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Policy issues concerning Taxation

Leaders of the world’s largest economies have backed what they call “an ambitious and comprehensive” plan to crack down on multinationals that shift profits into low tax countries.

The G20 countries also increased the pressure on tax evasion with plans to exchange tax information automatically between themselves by the end of 2015.  They went on to call on all other jurisdictions to join them by the earliest possible date. 

Global solutions are needed to ensure that tax systems do not unduly favour multinational enterprises, leaving citizens and small businesses with bigger tax bills, according to the Organisation for Economic Cooperation and Development (OECD).

The European Commission has proposed an action plan to tackle the issues of corporate tax evasion and fraud in the EU. Such evasion and fraud by major companies are believed to cost European governments up to €1trillion a year.

The action plan sets out 30 new measures to close loopholes and increase information exchange. The European Commission has also called on EU-member countries to implement the current EU code of conduct on business taxation as soon as possible.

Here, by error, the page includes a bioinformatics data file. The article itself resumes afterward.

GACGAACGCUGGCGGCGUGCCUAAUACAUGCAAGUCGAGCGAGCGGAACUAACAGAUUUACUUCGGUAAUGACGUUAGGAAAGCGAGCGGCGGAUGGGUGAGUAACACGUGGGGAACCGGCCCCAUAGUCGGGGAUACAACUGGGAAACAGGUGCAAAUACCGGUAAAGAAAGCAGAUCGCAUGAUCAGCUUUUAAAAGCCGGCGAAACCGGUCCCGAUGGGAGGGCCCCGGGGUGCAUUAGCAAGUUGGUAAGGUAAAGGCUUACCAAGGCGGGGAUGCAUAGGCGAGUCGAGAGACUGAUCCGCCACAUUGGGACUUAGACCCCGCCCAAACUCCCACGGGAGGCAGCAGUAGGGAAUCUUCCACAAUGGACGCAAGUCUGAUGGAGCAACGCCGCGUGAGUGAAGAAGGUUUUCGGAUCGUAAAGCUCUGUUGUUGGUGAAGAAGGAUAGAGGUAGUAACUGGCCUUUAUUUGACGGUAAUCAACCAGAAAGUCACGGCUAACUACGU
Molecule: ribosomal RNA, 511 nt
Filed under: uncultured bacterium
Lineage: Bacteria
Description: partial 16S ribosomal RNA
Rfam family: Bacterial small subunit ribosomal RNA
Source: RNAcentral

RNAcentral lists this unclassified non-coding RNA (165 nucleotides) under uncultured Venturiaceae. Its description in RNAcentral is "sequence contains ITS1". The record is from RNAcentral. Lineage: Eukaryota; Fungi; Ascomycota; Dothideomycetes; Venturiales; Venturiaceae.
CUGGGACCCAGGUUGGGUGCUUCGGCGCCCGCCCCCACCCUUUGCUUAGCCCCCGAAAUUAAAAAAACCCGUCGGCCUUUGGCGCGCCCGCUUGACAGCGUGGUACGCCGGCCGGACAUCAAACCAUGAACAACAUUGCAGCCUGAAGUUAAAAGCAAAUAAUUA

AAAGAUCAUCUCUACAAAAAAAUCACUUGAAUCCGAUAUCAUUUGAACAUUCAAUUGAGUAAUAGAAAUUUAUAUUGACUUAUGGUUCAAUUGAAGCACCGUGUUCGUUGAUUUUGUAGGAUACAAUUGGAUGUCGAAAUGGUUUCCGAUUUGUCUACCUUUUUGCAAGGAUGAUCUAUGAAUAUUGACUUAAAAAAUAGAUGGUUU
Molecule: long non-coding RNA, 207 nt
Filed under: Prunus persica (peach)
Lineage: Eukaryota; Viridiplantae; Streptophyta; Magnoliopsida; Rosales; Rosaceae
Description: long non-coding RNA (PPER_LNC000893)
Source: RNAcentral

The average tax and social security/insrance burden on employment incomes increased in 26 out of 34 OECD countries in 2011 according to the new OECD Taxing Wages publication.

Proposals in the 2012 Finance Bill to provide tax incentives aimed at luring senior multinational executives to Ireland mark a return to the worst practices of manipulating the tax system to benefit the better off while increasing costs and cutting services for the country’s poorest

Social Justice Ireland strongly welcomes the progress made towards introducing a Financial Transaction Tax in the EU.  This would be a very efficient mechanism to ensure banks and financial institutions made a contribution towards resolving the current series of crises which were, in great part, caused by these very institutions.  It is time financial institutions paid their fair share. 

Some multinational corporations are diverting profits made in developing countries to Ireland to avail of the low corporation tax rate here. By so doing they are robbing the countries in which they made their money of billions of euros in tax revenue.

The German finance minister, Wolfgang Schäuble, has included a tax on financial transactions as part of his budget plan covering the period 2012-2015. This is a very welcome development. Social Justice Ireland has constantly argued for the introduction of a tax on financial transactions along the lines of the proposal originally presented by Nobel Economics Prize winner James Tobin and known since then as the Tobin Tax.